Being paper-free for 2013 is part of my movement to become a successful independent author, a punk-writer, if you will (as described in The Sunday Times last year). Writing though requires the use of paper at times, notably, for notes.
I have tried with limited if any success to use my Blackberry is a note-taker; really it is not worth the hassle. I have also tried to write notes on my PC at the end of the chapters that I am working on. The trouble with that is that if you forget to delete them then they will be there for all to see, and that is not something that I would enjoy.
I also like to doodle, or underline important things that I need to include. I like to make a mess on a piece of paper before I put things to Word and let the computer neaten up the lines. Any author will tell you that you need to carry a notebook around with you at all times. I don’t have a tablet yet, I have to wait until I have sold about a million books before I join that revolution; therefore my transition to paper-free will have to be on the cheap, so to speak. So, if I carry a book, and a diary (essential for my muddled brain) around with me, then does that mean that I could sort of get around the fact that I have paper in my pocket because there is nothing else that I could use? Save for carrying around my laptop with me, but then that would be a little cumbersome.
I think for the most part a notebook, small A5, pocket-sized, is an essential piece of equipment for a writer or artist. So, until they (technology people) create something digital that works as well as a pad and a biro, that you can open up and use within two seconds, then I am afraid that part of 2013 will have to remain papered. Still, I think I can justify it, having been on the receiving end of a bill from Southern Water that was on colour paper, in an envelope and sent first class: the bill was for a grand total of 27p…yes that’s right, £0.27. They sent me a bill for an amount that cost far more for them to send. Yet I thought that we were all moving into a digital age!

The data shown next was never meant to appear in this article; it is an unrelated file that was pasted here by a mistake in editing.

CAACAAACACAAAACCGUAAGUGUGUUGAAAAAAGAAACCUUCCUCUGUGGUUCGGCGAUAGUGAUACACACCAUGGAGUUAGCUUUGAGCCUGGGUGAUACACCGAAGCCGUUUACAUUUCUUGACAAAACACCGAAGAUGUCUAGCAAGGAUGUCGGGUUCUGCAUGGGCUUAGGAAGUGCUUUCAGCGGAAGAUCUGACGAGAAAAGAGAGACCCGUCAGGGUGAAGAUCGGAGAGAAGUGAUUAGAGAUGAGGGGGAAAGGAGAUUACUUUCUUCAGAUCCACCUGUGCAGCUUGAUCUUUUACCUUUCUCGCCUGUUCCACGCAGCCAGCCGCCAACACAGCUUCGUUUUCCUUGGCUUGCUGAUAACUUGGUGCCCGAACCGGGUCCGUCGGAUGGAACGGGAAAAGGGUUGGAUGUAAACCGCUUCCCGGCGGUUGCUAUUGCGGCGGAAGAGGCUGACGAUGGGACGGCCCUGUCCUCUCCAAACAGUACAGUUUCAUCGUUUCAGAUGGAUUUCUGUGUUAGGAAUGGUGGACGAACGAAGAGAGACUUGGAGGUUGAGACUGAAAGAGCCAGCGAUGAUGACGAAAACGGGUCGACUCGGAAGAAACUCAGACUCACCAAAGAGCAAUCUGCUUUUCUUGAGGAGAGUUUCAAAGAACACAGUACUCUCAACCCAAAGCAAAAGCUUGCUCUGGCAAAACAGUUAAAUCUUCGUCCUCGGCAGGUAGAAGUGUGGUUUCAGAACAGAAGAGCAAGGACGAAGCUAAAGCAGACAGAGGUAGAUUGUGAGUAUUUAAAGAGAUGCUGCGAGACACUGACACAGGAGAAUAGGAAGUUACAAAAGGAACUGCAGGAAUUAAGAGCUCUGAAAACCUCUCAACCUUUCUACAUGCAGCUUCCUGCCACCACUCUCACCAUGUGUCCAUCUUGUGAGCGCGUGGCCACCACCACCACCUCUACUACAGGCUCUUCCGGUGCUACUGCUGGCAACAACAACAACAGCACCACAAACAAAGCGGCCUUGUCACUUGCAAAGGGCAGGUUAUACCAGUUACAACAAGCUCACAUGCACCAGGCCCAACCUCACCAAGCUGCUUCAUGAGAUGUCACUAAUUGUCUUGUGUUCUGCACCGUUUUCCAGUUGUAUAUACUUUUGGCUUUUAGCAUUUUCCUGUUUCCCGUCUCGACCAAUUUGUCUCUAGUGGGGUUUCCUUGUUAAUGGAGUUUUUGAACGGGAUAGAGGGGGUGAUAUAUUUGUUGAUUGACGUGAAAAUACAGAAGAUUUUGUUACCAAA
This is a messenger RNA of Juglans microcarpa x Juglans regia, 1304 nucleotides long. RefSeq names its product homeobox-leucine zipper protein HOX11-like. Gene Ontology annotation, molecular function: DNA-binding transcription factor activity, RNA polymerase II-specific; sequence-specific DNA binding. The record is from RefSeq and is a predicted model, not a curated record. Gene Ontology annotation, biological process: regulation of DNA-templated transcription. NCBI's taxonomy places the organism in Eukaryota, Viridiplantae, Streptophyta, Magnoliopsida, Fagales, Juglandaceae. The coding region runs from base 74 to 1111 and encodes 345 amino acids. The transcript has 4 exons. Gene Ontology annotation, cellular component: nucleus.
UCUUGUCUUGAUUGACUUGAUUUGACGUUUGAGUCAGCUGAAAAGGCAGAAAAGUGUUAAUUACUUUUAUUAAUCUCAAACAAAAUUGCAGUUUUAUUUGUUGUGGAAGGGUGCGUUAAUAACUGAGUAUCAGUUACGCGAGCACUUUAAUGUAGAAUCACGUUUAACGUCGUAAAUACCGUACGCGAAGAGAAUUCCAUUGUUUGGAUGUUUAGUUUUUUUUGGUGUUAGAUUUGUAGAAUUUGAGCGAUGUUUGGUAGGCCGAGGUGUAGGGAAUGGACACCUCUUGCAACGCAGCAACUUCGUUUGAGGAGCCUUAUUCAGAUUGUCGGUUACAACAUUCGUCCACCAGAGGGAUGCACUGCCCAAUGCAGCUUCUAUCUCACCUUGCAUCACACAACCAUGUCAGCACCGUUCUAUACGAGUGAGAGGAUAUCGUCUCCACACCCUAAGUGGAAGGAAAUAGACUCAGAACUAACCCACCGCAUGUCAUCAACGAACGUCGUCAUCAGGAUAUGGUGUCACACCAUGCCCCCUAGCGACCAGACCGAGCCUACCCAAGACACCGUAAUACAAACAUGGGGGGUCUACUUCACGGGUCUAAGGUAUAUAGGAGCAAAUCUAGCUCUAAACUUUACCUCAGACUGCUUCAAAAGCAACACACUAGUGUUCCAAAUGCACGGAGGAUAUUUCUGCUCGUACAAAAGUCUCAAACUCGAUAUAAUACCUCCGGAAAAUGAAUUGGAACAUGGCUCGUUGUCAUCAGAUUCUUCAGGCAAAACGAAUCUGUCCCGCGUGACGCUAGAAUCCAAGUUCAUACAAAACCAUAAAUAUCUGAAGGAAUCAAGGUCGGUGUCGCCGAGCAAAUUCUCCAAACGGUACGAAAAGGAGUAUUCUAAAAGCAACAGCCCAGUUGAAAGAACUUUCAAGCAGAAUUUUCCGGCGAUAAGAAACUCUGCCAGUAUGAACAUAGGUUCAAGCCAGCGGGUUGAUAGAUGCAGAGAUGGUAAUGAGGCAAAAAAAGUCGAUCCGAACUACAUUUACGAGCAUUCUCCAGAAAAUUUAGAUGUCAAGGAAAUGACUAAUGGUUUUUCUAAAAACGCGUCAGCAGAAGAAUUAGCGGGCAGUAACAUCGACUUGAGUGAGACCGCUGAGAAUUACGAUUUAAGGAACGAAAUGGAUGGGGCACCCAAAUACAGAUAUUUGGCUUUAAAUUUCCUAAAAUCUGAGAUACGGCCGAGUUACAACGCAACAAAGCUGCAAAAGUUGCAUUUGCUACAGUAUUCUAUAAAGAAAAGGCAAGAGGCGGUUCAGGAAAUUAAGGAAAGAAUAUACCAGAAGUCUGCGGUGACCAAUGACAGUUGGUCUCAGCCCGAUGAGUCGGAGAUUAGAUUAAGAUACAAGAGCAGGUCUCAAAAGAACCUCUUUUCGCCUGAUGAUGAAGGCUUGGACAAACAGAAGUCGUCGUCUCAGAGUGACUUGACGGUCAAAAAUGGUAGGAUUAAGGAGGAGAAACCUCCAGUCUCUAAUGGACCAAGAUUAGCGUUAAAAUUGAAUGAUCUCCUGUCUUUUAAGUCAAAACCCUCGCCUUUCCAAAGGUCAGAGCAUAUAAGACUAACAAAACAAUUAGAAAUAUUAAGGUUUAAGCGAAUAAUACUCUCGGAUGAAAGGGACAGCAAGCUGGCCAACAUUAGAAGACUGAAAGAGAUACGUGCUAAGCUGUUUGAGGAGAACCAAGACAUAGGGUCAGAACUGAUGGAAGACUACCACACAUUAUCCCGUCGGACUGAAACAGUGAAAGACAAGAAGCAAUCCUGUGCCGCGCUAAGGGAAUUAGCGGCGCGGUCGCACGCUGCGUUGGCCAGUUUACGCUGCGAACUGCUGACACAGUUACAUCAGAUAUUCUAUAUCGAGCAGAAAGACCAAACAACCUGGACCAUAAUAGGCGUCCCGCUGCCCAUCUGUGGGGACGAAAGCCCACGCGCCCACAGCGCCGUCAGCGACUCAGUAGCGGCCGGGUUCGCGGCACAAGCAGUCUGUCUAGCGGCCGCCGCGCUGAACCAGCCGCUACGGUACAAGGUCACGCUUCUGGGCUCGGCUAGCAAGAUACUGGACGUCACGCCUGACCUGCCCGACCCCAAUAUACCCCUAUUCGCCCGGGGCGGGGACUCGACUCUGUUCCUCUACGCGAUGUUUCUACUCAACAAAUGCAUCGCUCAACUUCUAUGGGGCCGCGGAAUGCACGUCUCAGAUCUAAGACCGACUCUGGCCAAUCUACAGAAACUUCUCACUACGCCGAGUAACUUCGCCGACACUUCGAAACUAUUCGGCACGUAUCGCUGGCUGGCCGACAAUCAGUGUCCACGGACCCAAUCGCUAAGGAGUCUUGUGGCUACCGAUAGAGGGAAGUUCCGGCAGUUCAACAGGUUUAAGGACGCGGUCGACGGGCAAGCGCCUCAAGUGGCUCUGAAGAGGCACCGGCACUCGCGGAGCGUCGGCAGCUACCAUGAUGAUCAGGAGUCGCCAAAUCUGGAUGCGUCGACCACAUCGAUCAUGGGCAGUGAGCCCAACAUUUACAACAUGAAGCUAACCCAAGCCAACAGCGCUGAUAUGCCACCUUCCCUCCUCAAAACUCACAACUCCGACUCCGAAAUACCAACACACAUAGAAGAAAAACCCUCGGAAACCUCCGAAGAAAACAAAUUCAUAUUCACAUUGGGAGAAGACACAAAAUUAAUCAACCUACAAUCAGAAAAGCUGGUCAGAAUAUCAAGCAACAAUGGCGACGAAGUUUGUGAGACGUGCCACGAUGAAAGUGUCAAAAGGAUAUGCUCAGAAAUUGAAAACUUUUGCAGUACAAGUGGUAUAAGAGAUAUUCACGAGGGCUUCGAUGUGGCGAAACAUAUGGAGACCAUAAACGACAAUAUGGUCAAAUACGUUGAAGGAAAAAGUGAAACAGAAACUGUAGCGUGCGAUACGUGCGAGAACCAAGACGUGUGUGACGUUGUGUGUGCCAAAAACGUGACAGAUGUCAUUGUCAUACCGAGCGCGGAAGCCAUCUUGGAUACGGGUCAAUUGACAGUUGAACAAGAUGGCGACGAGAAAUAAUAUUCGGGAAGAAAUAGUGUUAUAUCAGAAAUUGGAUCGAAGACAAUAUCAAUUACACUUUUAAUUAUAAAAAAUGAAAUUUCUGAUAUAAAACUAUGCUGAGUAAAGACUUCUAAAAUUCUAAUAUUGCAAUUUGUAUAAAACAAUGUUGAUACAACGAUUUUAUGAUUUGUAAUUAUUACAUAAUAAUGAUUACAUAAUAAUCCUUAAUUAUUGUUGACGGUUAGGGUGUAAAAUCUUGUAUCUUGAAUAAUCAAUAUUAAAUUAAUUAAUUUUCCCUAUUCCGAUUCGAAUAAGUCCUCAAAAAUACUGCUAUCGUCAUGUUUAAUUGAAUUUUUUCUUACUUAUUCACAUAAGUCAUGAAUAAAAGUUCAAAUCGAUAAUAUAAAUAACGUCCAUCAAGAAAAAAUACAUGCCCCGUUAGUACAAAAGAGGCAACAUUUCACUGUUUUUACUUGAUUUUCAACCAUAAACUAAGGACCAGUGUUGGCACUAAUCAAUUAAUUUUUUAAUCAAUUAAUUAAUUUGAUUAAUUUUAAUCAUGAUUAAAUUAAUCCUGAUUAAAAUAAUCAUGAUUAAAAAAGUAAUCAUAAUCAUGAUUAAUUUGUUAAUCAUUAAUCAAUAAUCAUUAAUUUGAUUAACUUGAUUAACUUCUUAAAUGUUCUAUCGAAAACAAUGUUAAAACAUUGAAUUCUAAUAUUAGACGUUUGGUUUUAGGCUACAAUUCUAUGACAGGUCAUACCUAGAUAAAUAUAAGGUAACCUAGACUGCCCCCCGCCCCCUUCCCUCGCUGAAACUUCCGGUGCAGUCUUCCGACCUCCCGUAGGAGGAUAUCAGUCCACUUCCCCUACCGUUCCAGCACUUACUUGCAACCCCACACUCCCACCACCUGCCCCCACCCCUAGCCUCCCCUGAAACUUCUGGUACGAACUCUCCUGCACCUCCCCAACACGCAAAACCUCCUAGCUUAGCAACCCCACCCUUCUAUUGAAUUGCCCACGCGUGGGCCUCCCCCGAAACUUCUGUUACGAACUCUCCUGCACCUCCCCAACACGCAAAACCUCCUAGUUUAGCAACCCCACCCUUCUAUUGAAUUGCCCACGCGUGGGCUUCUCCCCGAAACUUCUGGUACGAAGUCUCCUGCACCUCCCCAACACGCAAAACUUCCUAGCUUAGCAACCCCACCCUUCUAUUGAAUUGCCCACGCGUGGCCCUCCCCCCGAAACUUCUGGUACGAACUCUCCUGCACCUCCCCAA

I was asked to explain my new book the other day, The Sublime Maisie Canon (now available at Amazon); in described it as a B-Movie of books.
I love B-Movies. Most popular modern movies, think of things like Star Wars and Raiders of the Lost Ark, take their initial inspiration from B-Movies. Typically, a B-Movie is a low-budget commercial movie used to be played before the main event. It became extremely popular in the 1950’s with science fiction movies, but B-Movies are also represented in the Western and in the horror genre. They were usually shorter than the top-billed movie but had an energy and a drive that led them to become much loved. Many artistes that we now know cut their teeth in B-Movies: Jack Nicholson; John Wayne; directors like Jonathan Demme and Anthony Mann.
So could we get away with suggesting that some books, especially some independently produced books, can be classed as B-Movie Books? I for one have no problem with this description, in fact, as an artist I find it rather compelling. I like the idea of being different to what is on offer in Waterstone’s; I like to try and step away from what I sometimes see is a snobbery in the book world. B-Movie Books are people with stories that want to share them with an audience. They can be crass stories about vampires and zombies; or love stories; or sex encounters. Just look at recent bestsellers: Twilight; Fifty-Shades, are these A-List movie books or B-Movie books? The A-list for me are people like J.K. Rowling; Robert Harris; Hilary Mantel. Then we have Amanda Hocking getting that leg up from the B-Movie to mainstream. I would be proud to be part of a B-Movie Book movement. Let’s get one together…who’s with me?